Cyclone Tauktae lashes Covid-stricken India, 21 dead
Published: 01:11 PM, 18 May 2021
At least 21 people were killed and 96 others missing on Tuesday after a monster cyclone named Tauktae slammed into western India.
Hundreds of thousands of people were without power after Cyclone Tauktae, one of a growing number of increasingly severe storms in the Arabian Sea blamed on climate change, hammered the Gujarat coast on Monday evening.
The cyclone packed gusts of up to 185 kilometres (115 miles) per hour, uprooting trees and knocking down power lines and mobile phone towers as it barrelled inland while weakening slightly.
One support vessel serving oil rigs that were hit by immense waves off the coast of Mumbai sank and 96 of the 273 people who had been on board were missing, the Indian Navy said on Tuesday.
The defence ministry said 177 people were rescued from the vessel, with operations expected to continue throughout the day in “extremely challenging sea conditions”.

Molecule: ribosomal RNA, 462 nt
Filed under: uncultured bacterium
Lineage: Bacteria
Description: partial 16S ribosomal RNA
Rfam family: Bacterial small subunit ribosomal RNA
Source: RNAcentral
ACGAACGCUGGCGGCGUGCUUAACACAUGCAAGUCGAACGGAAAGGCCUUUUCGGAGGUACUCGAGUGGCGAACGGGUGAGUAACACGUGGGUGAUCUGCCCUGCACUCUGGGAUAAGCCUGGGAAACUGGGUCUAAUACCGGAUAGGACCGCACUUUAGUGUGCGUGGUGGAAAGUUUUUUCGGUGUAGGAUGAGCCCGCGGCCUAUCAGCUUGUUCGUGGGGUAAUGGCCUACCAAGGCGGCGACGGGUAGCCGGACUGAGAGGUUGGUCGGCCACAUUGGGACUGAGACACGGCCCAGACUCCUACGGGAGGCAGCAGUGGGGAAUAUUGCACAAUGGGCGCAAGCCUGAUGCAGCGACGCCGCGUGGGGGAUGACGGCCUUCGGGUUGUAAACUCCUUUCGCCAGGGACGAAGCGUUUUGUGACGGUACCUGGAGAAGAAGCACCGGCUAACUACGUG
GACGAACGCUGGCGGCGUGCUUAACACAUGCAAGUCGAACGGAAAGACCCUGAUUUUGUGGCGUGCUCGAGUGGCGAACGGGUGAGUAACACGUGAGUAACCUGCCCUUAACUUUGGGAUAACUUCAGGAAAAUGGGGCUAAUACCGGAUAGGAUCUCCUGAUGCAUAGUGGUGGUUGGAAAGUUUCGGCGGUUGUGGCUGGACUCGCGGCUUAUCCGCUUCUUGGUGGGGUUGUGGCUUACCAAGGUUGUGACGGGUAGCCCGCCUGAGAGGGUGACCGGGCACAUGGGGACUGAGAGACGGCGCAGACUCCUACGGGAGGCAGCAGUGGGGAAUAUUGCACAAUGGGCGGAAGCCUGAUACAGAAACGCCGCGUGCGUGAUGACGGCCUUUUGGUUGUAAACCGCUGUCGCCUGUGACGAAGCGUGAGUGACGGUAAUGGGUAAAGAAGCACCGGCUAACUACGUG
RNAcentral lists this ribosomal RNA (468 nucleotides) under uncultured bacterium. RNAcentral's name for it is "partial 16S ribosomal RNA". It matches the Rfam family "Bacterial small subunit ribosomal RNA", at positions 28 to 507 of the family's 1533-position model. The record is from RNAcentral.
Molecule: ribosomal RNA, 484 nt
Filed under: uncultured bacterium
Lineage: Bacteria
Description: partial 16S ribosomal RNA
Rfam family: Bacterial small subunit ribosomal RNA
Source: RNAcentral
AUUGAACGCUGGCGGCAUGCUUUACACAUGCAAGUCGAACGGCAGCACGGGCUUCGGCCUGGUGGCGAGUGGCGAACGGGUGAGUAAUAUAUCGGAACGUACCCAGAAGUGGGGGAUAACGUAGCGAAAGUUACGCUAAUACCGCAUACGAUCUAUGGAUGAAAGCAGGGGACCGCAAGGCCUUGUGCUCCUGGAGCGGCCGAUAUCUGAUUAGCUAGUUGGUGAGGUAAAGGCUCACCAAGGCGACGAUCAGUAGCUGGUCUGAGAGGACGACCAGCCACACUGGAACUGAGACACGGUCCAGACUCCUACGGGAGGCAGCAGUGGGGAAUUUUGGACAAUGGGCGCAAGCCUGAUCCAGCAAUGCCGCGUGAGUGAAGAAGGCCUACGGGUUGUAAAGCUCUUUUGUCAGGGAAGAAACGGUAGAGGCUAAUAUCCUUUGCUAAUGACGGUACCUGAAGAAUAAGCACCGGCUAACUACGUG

Elsewhere one fresh casualty was reported on Tuesday, taking the confirmed death toll to at least 21 as savage winds swept through flimsy homes and turned streets into rivers.
Although the cyclone was one of the fiercest to hit the area in decades, better forecasting than in recent years allowed for strong preparations, and more than 200,000 people in danger zones were evacuated from their homes.
Mumbai authorities on Monday closed the airport for several hours and urged people to stay indoors as huge waves battered the city’s seafront.
The deadly weather system has hindered India’s embattled response to a coronavirus surge that is killing at least 4,000 people daily, and pushing the health system to breaking point.
Mumbai shifted on Sunday about 600 Covid-19 patients in field hospitals “to safer locations”, while sea levels swelled as high as three metres (10 feet) near the seaside town of Diu.
In Gujarat, where all Covid-19 patients in hospitals within five kilometres of the coast were also moved.
But one Covid patient died in the town of Mahuva after he could not be moved in time before the storm hit, doctors said.